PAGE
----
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Posts Tagged ‘charlatan

You can read the title as a cheer or a sigh.

Video source

Yesterday I heard a promoter at mall sell disinformation. This reminded me of the claim a student teacher made years ago.

The mall charlatan proclaimed the benefits of oxygenated water and a product that would allow you to put extra oxygen in tap water.

Only aquatic organisms would benefit from an infusion of oxygen in the water. Then again only up to a point because too much oxygen is harmful whether it is in water or air. That aside, humans are terrestrial animals and we do not gain from extra-oxygenated water except perhaps for ticklish bubbles.

If we were somehow able to absorb more oxygen from water like the way we do from our red blood cells, we would oxidise chemicals in our bodies. One physically overt effect of this is premature aging, which was something contrary to the promoter’s product.

The harm of buying into this non-scientifically-based sell hurts your pocket and helps perpetuate scientific ignorance. This is bad, but not as bad as what might happen in a classroom.

A few years ago, I reflected on a student teacher who told her students that it was important to drink water because it contained oxygen. Our bodies do not electrolyse water. If we did, we would produce two highly flammable and explosive gases (hydrogen and oxygen) in our bodies.

I pointed this out to the student teacher and urged her to rectify this at the next lesson. Misteaching science initiates or perpetuates falsehoods. Disinformation takes root and becomes unfounded knowledge. If left unchecked, this condition might develop into disdain for scientific literacy and critical thinking.

We should be nurturing kids who are scientifically literate and cheering, “Yeah, Science!” But if we do not correct bad teaching or ignorant sales pitches, we leave kids who think that ignorance is bliss.

The short answer: Get the person to explain and defend the basics.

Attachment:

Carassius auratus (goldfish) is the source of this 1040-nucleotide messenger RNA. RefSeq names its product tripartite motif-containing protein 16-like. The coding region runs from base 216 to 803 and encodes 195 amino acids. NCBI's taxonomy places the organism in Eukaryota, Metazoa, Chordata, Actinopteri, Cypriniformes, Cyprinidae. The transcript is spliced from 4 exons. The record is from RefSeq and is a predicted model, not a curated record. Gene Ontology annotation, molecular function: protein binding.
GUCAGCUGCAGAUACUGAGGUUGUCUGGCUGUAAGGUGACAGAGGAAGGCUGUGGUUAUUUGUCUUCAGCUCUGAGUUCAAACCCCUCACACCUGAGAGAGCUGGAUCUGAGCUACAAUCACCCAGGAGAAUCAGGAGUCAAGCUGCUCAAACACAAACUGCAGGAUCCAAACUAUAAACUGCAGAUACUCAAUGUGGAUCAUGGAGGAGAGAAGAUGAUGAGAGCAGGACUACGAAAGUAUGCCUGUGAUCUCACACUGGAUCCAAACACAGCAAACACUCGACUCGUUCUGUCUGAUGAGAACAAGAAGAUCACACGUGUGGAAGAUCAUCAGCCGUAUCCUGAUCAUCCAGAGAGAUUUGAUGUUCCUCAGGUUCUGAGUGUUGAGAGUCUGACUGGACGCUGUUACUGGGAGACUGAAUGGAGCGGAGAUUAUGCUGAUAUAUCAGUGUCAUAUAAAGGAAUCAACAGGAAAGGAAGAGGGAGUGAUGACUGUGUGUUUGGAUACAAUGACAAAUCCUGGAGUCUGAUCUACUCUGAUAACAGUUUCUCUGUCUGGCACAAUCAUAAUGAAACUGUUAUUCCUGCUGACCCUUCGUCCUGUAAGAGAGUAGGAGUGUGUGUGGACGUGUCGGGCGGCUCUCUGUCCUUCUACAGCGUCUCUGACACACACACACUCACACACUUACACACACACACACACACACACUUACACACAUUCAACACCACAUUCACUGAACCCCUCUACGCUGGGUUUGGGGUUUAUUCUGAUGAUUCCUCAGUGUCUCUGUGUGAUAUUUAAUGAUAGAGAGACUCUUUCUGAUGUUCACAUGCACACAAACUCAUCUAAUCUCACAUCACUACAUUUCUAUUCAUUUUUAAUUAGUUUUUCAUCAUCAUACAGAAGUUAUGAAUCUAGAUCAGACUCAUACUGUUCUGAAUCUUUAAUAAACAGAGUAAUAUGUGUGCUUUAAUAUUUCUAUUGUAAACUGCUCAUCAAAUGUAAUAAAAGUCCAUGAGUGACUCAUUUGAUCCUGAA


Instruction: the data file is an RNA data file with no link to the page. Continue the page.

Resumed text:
The long answer is a short story.

I had dinner with a group of people some weeks back and one person decided to bring up bitcoin and blockchain. In one breath, the person said he could not explain bitcoin, but advised everyone to not invest in it. In another, he confidently claimed that blockchain was the future and to pursue that.

My question was: How can a person laud blockchain but not know that bitcoin is based on it? How can you not be able to explain something but tell others to take your word not to invest in it?

I did not actually ask the question because I recognise bait. That person’s statements were a barefaced attempt to be challenged so that he could spout more ignorant rhetoric.

Video source

If you need a good explanation on blockchain, watch the YouTube video above. An expert explains the concept at five different levels.

A charlatan can neither explain basic concepts nor defend it with current information and research.

The same approach should also be applied to vendors claiming to provide schools and educational institutions with edtech panaceas. Can they explain what their product is based on using first principles? Can they do this with different stakeholders? What research have they conducted or do they cite?

The end of my long answer is the same of the short answer: Get the person to explain and defend the basics.

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